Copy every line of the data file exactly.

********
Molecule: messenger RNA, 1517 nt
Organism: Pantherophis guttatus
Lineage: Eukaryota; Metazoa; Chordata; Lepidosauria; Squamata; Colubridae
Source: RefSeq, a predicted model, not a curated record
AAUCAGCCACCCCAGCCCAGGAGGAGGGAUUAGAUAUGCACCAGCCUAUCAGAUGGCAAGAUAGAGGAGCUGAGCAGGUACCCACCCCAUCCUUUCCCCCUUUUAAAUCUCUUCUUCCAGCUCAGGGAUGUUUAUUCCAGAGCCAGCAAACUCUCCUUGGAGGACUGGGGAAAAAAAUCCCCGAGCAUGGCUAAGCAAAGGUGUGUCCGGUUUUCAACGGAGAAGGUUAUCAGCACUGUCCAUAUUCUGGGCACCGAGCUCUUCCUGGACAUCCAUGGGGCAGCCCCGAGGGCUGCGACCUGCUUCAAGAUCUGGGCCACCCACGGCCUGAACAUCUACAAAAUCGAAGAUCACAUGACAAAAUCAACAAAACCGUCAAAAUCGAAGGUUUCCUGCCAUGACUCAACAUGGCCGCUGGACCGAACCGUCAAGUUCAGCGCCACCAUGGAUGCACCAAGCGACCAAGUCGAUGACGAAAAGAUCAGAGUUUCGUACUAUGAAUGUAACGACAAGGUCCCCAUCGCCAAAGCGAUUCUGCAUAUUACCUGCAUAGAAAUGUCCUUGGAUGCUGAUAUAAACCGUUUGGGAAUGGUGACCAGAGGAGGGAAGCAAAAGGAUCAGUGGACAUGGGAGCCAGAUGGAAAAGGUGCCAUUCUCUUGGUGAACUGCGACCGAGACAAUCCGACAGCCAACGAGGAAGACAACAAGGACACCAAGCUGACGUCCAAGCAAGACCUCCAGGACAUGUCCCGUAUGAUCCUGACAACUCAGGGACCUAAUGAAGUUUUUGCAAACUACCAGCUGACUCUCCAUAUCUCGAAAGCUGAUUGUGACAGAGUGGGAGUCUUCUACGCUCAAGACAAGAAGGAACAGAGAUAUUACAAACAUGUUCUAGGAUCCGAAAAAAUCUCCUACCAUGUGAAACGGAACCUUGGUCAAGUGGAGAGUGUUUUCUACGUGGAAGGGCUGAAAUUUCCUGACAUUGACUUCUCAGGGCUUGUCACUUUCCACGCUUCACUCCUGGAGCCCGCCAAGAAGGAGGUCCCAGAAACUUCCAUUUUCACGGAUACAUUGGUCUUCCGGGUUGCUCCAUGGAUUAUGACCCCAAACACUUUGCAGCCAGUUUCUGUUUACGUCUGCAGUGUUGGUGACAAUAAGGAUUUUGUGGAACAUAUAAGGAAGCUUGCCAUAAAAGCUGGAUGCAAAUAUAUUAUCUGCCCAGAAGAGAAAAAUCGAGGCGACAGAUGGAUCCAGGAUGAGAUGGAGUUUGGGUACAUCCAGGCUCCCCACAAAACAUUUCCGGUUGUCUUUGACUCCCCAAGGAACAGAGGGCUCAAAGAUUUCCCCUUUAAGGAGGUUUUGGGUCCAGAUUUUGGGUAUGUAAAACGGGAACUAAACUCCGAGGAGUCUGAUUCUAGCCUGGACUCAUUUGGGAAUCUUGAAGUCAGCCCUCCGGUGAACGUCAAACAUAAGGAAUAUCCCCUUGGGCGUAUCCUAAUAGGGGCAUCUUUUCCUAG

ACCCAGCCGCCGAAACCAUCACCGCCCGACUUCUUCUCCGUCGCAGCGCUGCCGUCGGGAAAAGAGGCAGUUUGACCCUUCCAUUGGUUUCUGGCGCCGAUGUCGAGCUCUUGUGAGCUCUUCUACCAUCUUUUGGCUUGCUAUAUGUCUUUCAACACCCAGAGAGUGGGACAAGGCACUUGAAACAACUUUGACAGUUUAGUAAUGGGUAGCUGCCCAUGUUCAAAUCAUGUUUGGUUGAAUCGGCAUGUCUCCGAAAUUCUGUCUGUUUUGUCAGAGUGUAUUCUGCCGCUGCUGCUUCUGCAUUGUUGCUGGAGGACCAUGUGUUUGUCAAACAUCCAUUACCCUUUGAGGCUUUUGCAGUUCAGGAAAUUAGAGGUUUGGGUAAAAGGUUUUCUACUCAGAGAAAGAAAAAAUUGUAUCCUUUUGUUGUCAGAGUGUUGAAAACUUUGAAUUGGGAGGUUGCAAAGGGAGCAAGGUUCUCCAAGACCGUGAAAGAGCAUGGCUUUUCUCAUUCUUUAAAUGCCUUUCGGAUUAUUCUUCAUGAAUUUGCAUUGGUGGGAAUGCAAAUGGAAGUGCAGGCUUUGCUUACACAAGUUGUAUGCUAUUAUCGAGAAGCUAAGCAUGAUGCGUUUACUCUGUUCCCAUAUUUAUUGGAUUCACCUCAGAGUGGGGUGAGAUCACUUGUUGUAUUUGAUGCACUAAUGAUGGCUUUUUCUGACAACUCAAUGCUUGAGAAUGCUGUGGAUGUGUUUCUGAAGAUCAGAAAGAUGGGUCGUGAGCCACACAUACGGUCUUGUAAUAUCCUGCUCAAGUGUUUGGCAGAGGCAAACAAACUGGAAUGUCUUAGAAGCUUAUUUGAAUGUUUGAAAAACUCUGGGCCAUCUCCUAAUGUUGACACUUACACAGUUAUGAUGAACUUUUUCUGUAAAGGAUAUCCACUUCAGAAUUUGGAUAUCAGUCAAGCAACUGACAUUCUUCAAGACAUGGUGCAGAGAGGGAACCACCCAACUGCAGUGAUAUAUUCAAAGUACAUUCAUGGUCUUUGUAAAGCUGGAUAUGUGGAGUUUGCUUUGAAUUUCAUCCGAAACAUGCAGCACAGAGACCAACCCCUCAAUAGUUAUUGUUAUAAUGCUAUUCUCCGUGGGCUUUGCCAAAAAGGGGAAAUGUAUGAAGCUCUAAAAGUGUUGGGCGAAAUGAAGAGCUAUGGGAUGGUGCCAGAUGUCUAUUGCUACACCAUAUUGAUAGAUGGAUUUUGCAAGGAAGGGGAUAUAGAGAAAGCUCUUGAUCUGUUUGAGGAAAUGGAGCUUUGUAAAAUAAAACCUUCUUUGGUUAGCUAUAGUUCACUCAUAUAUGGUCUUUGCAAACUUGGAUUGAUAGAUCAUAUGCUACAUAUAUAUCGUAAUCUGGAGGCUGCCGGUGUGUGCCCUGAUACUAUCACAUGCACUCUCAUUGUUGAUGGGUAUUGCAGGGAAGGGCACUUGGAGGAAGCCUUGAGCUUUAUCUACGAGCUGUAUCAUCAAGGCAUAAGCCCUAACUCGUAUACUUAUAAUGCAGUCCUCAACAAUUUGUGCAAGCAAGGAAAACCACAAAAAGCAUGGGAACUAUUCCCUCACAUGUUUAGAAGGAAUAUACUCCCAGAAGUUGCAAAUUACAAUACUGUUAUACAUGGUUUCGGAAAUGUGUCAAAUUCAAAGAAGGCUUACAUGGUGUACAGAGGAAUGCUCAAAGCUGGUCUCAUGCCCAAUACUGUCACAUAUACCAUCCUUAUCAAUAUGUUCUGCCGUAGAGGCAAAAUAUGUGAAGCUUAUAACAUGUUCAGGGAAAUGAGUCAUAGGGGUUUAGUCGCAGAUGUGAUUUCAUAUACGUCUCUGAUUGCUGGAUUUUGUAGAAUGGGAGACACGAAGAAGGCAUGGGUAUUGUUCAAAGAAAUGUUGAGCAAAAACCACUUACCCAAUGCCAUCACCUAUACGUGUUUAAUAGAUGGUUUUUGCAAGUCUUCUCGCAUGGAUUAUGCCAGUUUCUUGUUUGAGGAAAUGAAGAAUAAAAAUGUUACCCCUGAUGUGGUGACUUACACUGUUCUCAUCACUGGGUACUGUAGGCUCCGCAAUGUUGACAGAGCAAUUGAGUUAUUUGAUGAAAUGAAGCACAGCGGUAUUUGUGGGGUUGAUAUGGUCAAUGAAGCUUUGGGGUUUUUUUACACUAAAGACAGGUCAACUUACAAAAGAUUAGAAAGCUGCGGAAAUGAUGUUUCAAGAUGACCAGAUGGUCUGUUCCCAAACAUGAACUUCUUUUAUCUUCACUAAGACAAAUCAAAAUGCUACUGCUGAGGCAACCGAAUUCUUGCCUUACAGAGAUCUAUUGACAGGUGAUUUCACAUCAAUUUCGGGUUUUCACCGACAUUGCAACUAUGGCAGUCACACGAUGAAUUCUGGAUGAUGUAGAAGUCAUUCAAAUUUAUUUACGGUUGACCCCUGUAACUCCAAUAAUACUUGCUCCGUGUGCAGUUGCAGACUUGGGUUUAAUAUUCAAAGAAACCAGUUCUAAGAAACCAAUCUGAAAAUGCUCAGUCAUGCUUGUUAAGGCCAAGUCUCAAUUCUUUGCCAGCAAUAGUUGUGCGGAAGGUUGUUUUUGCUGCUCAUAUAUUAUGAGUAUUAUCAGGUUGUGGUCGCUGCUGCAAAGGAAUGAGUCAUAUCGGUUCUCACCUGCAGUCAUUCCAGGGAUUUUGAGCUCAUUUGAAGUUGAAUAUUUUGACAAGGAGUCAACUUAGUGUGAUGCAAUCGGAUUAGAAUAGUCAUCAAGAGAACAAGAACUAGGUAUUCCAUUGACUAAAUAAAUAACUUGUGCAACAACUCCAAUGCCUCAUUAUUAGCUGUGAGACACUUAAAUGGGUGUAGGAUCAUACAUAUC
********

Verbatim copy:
Molecule: messenger RNA, 1517 nt
Organism: Pantherophis guttatus
Lineage: Eukaryota; Metazoa; Chordata; Lepidosauria; Squamata; Colubridae
Source: RefSeq, a predicted model, not a curated record
AAUCAGCCACCCCAGCCCAGGAGGAGGGAUUAGAUAUGCACCAGCCUAUCAGAUGGCAAGAUAGAGGAGCUGAGCAGGUACCCACCCCAUCCUUUCCCCCUUUUAAAUCUCUUCUUCCAGCUCAGGGAUGUUUAUUCCAGAGCCAGCAAACUCUCCUUGGAGGACUGGGGAAAAAAAUCCCCGAGCAUGGCUAAGCAAAGGUGUGUCCGGUUUUCAACGGAGAAGGUUAUCAGCACUGUCCAUAUUCUGGGCACCGAGCUCUUCCUGGACAUCCAUGGGGCAGCCCCGAGGGCUGCGACCUGCUUCAAGAUCUGGGCCACCCACGGCCUGAACAUCUACAAAAUCGAAGAUCACAUGACAAAAUCAACAAAACCGUCAAAAUCGAAGGUUUCCUGCCAUGACUCAACAUGGCCGCUGGACCGAACCGUCAAGUUCAGCGCCACCAUGGAUGCACCAAGCGACCAAGUCGAUGACGAAAAGAUCAGAGUUUCGUACUAUGAAUGUAACGACAAGGUCCCCAUCGCCAAAGCGAUUCUGCAUAUUACCUGCAUAGAAAUGUCCUUGGAUGCUGAUAUAAACCGUUUGGGAAUGGUGACCAGAGGAGGGAAGCAAAAGGAUCAGUGGACAUGGGAGCCAGAUGGAAAAGGUGCCAUUCUCUUGGUGAACUGCGACCGAGACAAUCCGACAGCCAACGAGGAAGACAACAAGGACACCAAGCUGACGUCCAAGCAAGACCUCCAGGACAUGUCCCGUAUGAUCCUGACAACUCAGGGACCUAAUGAAGUUUUUGCAAACUACCAGCUGACUCUCCAUAUCUCGAAAGCUGAUUGUGACAGAGUGGGAGUCUUCUACGCUCAAGACAAGAAGGAACAGAGAUAUUACAAACAUGUUCUAGGAUCCGAAAAAAUCUCCUACCAUGUGAAACGGAACCUUGGUCAAGUGGAGAGUGUUUUCUACGUGGAAGGGCUGAAAUUUCCUGACAUUGACUUCUCAGGGCUUGUCACUUUCCACGCUUCACUCCUGGAGCCCGCCAAGAAGGAGGUCCCAGAAACUUCCAUUUUCACGGAUACAUUGGUCUUCCGGGUUGCUCCAUGGAUUAUGACCCCAAACACUUUGCAGCCAGUUUCUGUUUACGUCUGCAGUGUUGGUGACAAUAAGGAUUUUGUGGAACAUAUAAGGAAGCUUGCCAUAAAAGCUGGAUGCAAAUAUAUUAUCUGCCCAGAAGAGAAAAAUCGAGGCGACAGAUGGAUCCAGGAUGAGAUGGAGUUUGGGUACAUCCAGGCUCCCCACAAAACAUUUCCGGUUGUCUUUGACUCCCCAAGGAACAGAGGGCUCAAAGAUUUCCCCUUUAAGGAGGUUUUGGGUCCAGAUUUUGGGUAUGUAAAACGGGAACUAAACUCCGAGGAGUCUGAUUCUAGCCUGGACUCAUUUGGGAAUCUUGAAGUCAGCCCUCCGGUGAACGUCAAACAUAAGGAAUAUCCCCUUGGGCGUAUCCUAAUAGGGGCAUCUUUUCCUAG

ACCCAGCCGCCGAAACCAUCACCGCCCGACUUCUUCUCCGUCGCAGCGCUGCCGUCGGGAAAAGAGGCAGUUUGACCCUUCCAUUGGUUUCUGGCGCCGAUGUCGAGCUCUUGUGAGCUCUUCUACCAUCUUUUGGCUUGCUAUAUGUCUUUCAACACCCAGAGAGUGGGACAAGGCACUUGAAACAACUUUGACAGUUUAGUAAUGGGUAGCUGCCCAUGUUCAAAUCAUGUUUGGUUGAAUCGGCAUGUCUCCGAAAUUCUGUCUGUUUUGUCAGAGUGUAUUCUGCCGCUGCUGCUUCUGCAUUGUUGCUGGAGGACCAUGUGUUUGUCAAACAUCCAUUACCCUUUGAGGCUUUUGCAGUUCAGGAAAUUAGAGGUUUGGGUAAAAGGUUUUCUACUCAGAGAAAGAAAAAAUUGUAUCCUUUUGUUGUCAGAGUGUUGAAAACUUUGAAUUGGGAGGUUGCAAAGGGAGCAAGGUUCUCCAAGACCGUGAAAGAGCAUGGCUUUUCUCAUUCUUUAAAUGCCUUUCGGAUUAUUCUUCAUGAAUUUGCAUUGGUGGGAAUGCAAAUGGAAGUGCAGGCUUUGCUUACACAAGUUGUAUGCUAUUAUCGAGAAGCUAAGCAUGAUGCGUUUACUCUGUUCCCAUAUUUAUUGGAUUCACCUCAGAGUGGGGUGAGAUCACUUGUUGUAUUUGAUGCACUAAUGAUGGCUUUUUCUGACAACUCAAUGCUUGAGAAUGCUGUGGAUGUGUUUCUGAAGAUCAGAAAGAUGGGUCGUGAGCCACACAUACGGUCUUGUAAUAUCCUGCUCAAGUGUUUGGCAGAGGCAAACAAACUGGAAUGUCUUAGAAGCUUAUUUGAAUGUUUGAAAAACUCUGGGCCAUCUCCUAAUGUUGACACUUACACAGUUAUGAUGAACUUUUUCUGUAAAGGAUAUCCACUUCAGAAUUUGGAUAUCAGUCAAGCAACUGACAUUCUUCAAGACAUGGUGCAGAGAGGGAACCACCCAACUGCAGUGAUAUAUUCAAAGUACAUUCAUGGUCUUUGUAAAGCUGGAUAUGUGGAGUUUGCUUUGAAUUUCAUCCGAAACAUGCAGCACAGAGACCAACCCCUCAAUAGUUAUUGUUAUAAUGCUAUUCUCCGUGGGCUUUGCCAAAAAGGGGAAAUGUAUGAAGCUCUAAAAGUGUUGGGCGAAAUGAAGAGCUAUGGGAUGGUGCCAGAUGUCUAUUGCUACACCAUAUUGAUAGAUGGAUUUUGCAAGGAAGGGGAUAUAGAGAAAGCUCUUGAUCUGUUUGAGGAAAUGGAGCUUUGUAAAAUAAAACCUUCUUUGGUUAGCUAUAGUUCACUCAUAUAUGGUCUUUGCAAACUUGGAUUGAUAGAUCAUAUGCUACAUAUAUAUCGUAAUCUGGAGGCUGCCGGUGUGUGCCCUGAUACUAUCACAUGCACUCUCAUUGUUGAUGGGUAUUGCAGGGAAGGGCACUUGGAGGAAGCCUUGAGCUUUAUCUACGAGCUGUAUCAUCAAGGCAUAAGCCCUAACUCGUAUACUUAUAAUGCAGUCCUCAACAAUUUGUGCAAGCAAGGAAAACCACAAAAAGCAUGGGAACUAUUCCCUCACAUGUUUAGAAGGAAUAUACUCCCAGAAGUUGCAAAUUACAAUACUGUUAUACAUGGUUUCGGAAAUGUGUCAAAUUCAAAGAAGGCUUACAUGGUGUACAGAGGAAUGCUCAAAGCUGGUCUCAUGCCCAAUACUGUCACAUAUACCAUCCUUAUCAAUAUGUUCUGCCGUAGAGGCAAAAUAUGUGAAGCUUAUAACAUGUUCAGGGAAAUGAGUCAUAGGGGUUUAGUCGCAGAUGUGAUUUCAUAUACGUCUCUGAUUGCUGGAUUUUGUAGAAUGGGAGACACGAAGAAGGCAUGGGUAUUGUUCAAAGAAAUGUUGAGCAAAAACCACUUACCCAAUGCCAUCACCUAUACGUGUUUAAUAGAUGGUUUUUGCAAGUCUUCUCGCAUGGAUUAUGCCAGUUUCUUGUUUGAGGAAAUGAAGAAUAAAAAUGUUACCCCUGAUGUGGUGACUUACACUGUUCUCAUCACUGGGUACUGUAGGCUCCGCAAUGUUGACAGAGCAAUUGAGUUAUUUGAUGAAAUGAAGCACAGCGGUAUUUGUGGGGUUGAUAUGGUCAAUGAAGCUUUGGGGUUUUUUUACACUAAAGACAGGUCAACUUACAAAAGAUUAGAAAGCUGCGGAAAUGAUGUUUCAAGAUGACCAGAUGGUCUGUUCCCAAACAUGAACUUCUUUUAUCUUCACUAAGACAAAUCAAAAUGCUACUGCUGAGGCAACCGAAUUCUUGCCUUACAGAGAUCUAUUGACAGGUGAUUUCACAUCAAUUUCGGGUUUUCACCGACAUUGCAACUAUGGCAGUCACACGAUGAAUUCUGGAUGAUGUAGAAGUCAUUCAAAUUUAUUUACGGUUGACCCCUGUAACUCCAAUAAUACUUGCUCCGUGUGCAGUUGCAGACUUGGGUUUAAUAUUCAAAGAAACCAGUUCUAAGAAACCAAUCUGAAAAUGCUCAGUCAUGCUUGUUAAGGCCAAGUCUCAAUUCUUUGCCAGCAAUAGUUGUGCGGAAGGUUGUUUUUGCUGCUCAUAUAUUAUGAGUAUUAUCAGGUUGUGGUCGCUGCUGCAAAGGAAUGAGUCAUAUCGGUUCUCACCUGCAGUCAUUCCAGGGAUUUUGAGCUCAUUUGAAGUUGAAUAUUUUGACAAGGAGUCAACUUAGUGUGAUGCAAUCGGAUUAGAAUAGUCAUCAAGAGAACAAGAACUAGGUAUUCCAUUGACUAAAUAAAUAACUUGUGCAACAACUCCAAUGCCUCAUUAUUAGCUGUGAGACACUUAAAUGGGUGUAGGAUCAUACAUAUC